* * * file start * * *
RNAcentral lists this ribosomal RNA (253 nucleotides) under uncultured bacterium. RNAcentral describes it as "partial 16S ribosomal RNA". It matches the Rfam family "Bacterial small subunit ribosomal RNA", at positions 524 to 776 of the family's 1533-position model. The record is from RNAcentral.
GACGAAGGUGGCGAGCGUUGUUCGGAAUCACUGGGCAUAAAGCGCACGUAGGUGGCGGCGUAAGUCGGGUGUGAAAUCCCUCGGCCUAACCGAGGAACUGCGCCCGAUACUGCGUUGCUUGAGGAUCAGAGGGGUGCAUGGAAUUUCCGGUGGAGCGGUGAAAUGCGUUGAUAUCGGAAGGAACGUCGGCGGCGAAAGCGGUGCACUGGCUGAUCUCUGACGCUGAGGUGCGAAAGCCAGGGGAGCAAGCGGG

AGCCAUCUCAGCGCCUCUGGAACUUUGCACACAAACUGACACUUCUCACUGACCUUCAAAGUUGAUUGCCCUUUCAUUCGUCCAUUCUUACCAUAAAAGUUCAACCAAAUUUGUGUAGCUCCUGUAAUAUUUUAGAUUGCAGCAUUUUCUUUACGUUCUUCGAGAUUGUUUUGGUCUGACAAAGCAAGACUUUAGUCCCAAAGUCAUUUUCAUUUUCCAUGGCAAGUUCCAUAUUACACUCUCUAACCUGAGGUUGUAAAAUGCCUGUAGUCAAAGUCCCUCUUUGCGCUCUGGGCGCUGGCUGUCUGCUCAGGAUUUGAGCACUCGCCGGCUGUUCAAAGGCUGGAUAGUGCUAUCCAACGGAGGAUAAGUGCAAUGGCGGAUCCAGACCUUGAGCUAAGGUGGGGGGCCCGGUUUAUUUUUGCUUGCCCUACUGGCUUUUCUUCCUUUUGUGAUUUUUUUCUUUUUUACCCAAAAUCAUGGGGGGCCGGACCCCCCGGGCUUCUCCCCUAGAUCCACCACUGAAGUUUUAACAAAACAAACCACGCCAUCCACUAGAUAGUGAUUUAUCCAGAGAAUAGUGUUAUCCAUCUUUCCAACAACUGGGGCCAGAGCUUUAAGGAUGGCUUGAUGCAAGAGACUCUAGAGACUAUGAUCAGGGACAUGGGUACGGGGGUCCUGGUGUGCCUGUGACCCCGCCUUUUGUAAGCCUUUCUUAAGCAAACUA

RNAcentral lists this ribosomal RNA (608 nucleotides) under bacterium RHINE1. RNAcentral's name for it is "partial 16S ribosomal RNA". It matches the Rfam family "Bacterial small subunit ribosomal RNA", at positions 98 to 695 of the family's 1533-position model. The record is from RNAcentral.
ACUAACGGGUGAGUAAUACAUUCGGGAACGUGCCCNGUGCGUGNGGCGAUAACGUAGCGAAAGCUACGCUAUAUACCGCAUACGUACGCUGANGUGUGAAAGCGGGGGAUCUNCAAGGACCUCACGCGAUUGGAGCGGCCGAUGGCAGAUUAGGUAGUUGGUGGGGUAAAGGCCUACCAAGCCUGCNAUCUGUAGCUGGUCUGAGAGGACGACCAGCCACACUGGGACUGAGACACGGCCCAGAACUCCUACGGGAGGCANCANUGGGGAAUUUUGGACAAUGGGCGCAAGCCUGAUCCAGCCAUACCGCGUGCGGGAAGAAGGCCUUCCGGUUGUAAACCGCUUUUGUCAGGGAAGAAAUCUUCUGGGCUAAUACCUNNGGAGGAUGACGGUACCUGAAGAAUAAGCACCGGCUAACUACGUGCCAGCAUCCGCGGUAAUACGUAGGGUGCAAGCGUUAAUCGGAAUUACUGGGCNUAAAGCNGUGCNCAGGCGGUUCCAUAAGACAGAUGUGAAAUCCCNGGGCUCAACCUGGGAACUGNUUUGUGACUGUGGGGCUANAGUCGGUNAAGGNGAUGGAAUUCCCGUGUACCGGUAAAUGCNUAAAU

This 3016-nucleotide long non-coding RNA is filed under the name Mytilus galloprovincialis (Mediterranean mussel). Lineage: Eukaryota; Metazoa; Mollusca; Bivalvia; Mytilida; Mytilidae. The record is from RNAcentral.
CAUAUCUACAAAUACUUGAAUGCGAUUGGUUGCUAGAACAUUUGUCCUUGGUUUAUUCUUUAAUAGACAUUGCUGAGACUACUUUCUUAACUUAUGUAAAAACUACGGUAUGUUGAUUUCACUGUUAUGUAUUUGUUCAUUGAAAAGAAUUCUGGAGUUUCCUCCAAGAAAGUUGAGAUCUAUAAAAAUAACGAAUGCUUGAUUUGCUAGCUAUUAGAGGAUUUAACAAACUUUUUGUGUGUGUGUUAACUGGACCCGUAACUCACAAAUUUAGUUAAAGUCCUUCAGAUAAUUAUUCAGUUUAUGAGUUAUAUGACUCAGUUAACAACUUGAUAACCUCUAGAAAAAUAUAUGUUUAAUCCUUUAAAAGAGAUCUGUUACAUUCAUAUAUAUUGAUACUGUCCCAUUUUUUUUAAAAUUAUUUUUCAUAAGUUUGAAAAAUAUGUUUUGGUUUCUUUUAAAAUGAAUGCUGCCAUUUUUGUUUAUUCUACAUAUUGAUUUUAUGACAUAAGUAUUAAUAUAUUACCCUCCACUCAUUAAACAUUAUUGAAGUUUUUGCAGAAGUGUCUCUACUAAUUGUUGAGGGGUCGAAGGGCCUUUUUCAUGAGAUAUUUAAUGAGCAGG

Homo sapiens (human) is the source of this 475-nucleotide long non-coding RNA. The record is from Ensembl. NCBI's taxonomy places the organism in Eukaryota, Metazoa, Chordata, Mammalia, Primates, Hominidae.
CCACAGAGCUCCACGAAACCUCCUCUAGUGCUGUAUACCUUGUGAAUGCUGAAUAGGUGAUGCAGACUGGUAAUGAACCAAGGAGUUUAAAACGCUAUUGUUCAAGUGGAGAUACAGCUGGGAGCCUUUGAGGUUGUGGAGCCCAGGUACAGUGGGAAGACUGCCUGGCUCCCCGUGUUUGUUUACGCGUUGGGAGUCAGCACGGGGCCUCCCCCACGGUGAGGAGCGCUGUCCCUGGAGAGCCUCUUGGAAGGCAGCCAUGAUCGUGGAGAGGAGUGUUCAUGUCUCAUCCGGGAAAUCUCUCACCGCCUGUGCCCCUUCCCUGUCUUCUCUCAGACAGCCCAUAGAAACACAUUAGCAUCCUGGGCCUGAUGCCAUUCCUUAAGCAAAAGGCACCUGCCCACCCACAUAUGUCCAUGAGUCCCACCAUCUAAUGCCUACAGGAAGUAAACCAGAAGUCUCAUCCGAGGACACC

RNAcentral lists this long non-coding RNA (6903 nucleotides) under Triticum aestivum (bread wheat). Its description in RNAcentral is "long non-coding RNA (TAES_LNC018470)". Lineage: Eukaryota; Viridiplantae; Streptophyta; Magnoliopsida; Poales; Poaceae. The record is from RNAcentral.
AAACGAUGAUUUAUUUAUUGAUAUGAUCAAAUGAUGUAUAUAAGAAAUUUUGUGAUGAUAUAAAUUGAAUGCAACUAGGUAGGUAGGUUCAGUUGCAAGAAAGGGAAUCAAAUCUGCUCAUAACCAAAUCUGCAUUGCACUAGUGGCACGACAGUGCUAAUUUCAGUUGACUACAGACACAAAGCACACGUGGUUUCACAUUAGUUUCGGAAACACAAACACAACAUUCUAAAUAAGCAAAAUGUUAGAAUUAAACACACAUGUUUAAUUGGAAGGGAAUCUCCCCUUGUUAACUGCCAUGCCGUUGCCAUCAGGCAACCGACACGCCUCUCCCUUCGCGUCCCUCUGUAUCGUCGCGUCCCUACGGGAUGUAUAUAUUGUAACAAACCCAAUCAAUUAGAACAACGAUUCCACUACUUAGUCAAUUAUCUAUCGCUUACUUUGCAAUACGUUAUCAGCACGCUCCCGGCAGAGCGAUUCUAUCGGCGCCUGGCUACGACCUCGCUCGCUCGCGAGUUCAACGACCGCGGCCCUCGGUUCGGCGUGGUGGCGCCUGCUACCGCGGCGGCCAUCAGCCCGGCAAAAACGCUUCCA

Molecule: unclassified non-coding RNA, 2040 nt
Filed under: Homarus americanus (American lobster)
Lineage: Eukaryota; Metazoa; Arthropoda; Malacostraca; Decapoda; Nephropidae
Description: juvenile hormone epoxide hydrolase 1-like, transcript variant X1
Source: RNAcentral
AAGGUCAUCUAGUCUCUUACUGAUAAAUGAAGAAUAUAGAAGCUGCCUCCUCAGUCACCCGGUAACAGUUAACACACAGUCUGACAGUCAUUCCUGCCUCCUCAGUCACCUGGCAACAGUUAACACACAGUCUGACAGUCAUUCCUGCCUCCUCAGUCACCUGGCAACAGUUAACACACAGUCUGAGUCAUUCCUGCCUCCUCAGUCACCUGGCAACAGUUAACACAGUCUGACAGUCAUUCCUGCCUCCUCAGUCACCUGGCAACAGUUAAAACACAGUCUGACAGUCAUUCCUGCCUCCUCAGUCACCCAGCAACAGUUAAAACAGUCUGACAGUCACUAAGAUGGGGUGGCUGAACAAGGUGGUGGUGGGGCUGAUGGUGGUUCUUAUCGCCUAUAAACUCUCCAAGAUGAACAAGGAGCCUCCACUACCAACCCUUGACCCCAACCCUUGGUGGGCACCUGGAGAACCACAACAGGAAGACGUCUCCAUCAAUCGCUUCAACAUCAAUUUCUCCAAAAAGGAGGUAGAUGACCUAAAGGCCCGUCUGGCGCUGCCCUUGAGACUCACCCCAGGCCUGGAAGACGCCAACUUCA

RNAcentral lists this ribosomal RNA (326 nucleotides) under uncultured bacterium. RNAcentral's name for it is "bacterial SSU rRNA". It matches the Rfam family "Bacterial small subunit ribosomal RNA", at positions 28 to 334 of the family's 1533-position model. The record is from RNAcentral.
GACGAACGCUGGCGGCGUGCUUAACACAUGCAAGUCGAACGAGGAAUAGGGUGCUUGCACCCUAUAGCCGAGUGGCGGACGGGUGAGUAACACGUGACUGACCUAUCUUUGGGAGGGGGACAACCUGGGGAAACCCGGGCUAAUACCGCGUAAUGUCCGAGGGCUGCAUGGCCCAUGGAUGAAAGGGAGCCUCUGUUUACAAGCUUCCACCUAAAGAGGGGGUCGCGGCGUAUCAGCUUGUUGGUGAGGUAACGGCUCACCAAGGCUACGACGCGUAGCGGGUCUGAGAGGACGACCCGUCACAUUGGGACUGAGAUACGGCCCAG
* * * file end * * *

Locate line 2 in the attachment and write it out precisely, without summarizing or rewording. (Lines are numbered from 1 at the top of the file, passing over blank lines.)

GACGAAGGUGGCGAGCGUUGUUCGGAAUCACUGGGCAUAAAGCGCACGUAGGUGGCGGCGUAAGUCGGGUGUGAAAUCCCUCGGCCUAACCGAGGAACUGCGCCCGAUACUGCGUUGCUUGAGGAUCAGAGGGGUGCAUGGAAUUUCCGGUGGAGCGGUGAAAUGCGUUGAUAUCGGAAGGAACGUCGGCGGCGAAAGCGGUGCACUGGCUGAUCUCUGACGCUGAGGUGCGAAAGCCAGGGGAGCAAGCGGG